Compared to the 10 o'clock show which is a whole bunch of like you know bogans from the suburbs of Brisbane turning up a little bit charged up like they're two very different shows. 9. Joel Bray: Nothing I remember it was it was the first class was this kind of old style jazz kind of thing and it was like it was kind of like a West Side Story kind of by the thing which is not me and like I wasn't even that I let fell in love with the style it was just moving connecting with my body possibly for the first time because in high school I didn't do anything artistic I didn't do anything athletic I didn’t do anything musical so it was kind of weird for me to dance I was just kind of a mix of all those three.
Andrew: It transcends language can transcend culture you can literally transform people in that moment and add music. Once it like you know I did like I did in Brissy I did 13 shows in four days and I'm one of the things I tried to do is remember everyone’s name because it helps like getting them asking them to do things or whatever. Some features of WorldCat will not be available. What was that like for you growing up then?
And yeah, it's an intimate performance for about 15 to 20 people and the premise is that I met them all downstairs in the bar and just spontaneously invited them all … And I was studying law a Sydney Uni I was completely bored and just decided I didn't want to do that anymore. The stories and songs are in English with Wurundjeri words that are given in translation.\"@, 1. So we're doing that to Western Europe. I was the good church boy. In 2 libraries. Joel Bray: I was on the debating team I was good at that, you know I got really high marks in high school but I didn't do any sciences so everyone was like, you're going to do law or medicine? Joel Bray: And just the moving body is fucking amazing so good yeah. Please enter recipient e-mail address(es). And there was a ceremony that occurred a place near the Macquarie marshes which is where my great grandfather was from and we'll probably have been alive at that time so I like to think that he was there at this ceremony that this anthropologist documented.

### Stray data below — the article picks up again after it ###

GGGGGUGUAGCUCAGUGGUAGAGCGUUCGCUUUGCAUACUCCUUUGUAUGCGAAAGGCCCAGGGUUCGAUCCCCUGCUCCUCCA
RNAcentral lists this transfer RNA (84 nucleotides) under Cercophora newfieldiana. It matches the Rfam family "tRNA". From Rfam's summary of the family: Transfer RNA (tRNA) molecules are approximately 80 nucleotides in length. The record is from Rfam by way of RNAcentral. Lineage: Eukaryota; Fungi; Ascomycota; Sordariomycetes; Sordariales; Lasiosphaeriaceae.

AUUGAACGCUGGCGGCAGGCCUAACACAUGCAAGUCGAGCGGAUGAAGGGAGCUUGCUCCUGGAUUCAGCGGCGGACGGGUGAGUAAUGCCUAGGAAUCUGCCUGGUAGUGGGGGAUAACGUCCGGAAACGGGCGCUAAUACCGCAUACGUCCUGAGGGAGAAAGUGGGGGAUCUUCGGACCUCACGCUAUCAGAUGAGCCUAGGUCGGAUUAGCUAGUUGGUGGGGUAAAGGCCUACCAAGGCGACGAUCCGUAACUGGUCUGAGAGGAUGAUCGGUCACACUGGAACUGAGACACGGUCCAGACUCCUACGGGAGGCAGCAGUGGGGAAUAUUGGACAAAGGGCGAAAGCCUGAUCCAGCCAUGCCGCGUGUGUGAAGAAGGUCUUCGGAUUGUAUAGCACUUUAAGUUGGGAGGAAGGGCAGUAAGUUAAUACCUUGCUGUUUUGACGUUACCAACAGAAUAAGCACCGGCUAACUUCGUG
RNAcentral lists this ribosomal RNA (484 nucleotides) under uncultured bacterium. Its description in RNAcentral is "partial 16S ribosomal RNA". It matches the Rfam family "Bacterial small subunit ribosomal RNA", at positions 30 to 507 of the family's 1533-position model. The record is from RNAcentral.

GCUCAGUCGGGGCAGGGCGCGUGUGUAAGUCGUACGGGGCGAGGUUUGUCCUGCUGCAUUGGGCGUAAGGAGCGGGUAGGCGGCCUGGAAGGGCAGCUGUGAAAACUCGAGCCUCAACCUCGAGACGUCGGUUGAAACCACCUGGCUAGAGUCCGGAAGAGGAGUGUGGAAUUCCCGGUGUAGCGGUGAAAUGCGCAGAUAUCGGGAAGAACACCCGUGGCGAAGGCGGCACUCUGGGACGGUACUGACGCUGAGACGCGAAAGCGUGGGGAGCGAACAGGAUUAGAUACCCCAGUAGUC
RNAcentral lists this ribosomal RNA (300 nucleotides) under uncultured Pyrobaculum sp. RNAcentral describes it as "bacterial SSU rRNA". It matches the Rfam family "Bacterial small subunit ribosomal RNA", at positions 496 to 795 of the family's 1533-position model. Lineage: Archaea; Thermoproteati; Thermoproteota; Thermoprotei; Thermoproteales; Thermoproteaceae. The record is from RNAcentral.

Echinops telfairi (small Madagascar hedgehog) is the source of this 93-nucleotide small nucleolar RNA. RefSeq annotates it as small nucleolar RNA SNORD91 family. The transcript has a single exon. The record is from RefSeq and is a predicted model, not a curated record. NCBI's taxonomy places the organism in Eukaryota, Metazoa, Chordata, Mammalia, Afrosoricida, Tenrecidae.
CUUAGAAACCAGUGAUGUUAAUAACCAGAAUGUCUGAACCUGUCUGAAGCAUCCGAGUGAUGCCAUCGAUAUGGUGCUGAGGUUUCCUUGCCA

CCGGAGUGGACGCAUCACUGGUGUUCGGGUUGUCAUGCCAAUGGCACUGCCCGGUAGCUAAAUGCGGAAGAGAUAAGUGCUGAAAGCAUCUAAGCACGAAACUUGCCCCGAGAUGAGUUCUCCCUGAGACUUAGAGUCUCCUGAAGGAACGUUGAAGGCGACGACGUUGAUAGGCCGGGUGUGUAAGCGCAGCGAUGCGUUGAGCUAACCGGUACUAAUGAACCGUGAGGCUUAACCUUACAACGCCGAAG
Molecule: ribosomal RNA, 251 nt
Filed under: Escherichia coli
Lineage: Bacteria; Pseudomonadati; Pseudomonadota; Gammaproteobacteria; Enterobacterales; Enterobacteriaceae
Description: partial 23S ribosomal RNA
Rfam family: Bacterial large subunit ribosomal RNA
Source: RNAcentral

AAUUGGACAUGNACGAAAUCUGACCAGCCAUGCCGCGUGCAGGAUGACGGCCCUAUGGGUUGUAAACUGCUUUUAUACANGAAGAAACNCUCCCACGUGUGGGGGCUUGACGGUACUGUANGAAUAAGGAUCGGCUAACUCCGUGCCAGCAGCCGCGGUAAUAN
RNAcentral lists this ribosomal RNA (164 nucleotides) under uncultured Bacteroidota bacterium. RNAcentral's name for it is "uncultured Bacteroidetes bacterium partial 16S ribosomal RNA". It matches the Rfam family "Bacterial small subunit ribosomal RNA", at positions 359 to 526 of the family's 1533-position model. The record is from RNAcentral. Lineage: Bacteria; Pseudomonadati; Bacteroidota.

[16:51]. Andrew: What was it about the movement or the actual like the actual audition? Which of course hasn't happened, but something has happened. I think. So, you know, actually I don’t know how to do this, you know, like, but the attempt is interesting. My father's aboriginal and my mother's European descent. They were in their own little categories. Joel Bray: Intimate literally and metaphorically, like everyone's half you know, arms length away there's a moment, there’s a scene where I give everyone hand massages with the toiletries from the bathroom. And you can traverse time and space in a massive way. 7. He said his mother had told him his family was Wurundjeri, so it was important to him to learn the language and encourage other people to use it as well. [Murrundindi.] You can find out more about our policy and your choices, including how to opt-out Joel Bray: It's so loaded and he had no idea what he was seeing you know he would like say things like oh yeah watch the men running around in circles flapping their arms against their legs pretending to pretending to be ducks you know. The E-mail Address(es) field is required. So it's called Biladurang. The E-mail Address(es) you entered is(are) not in a valid format.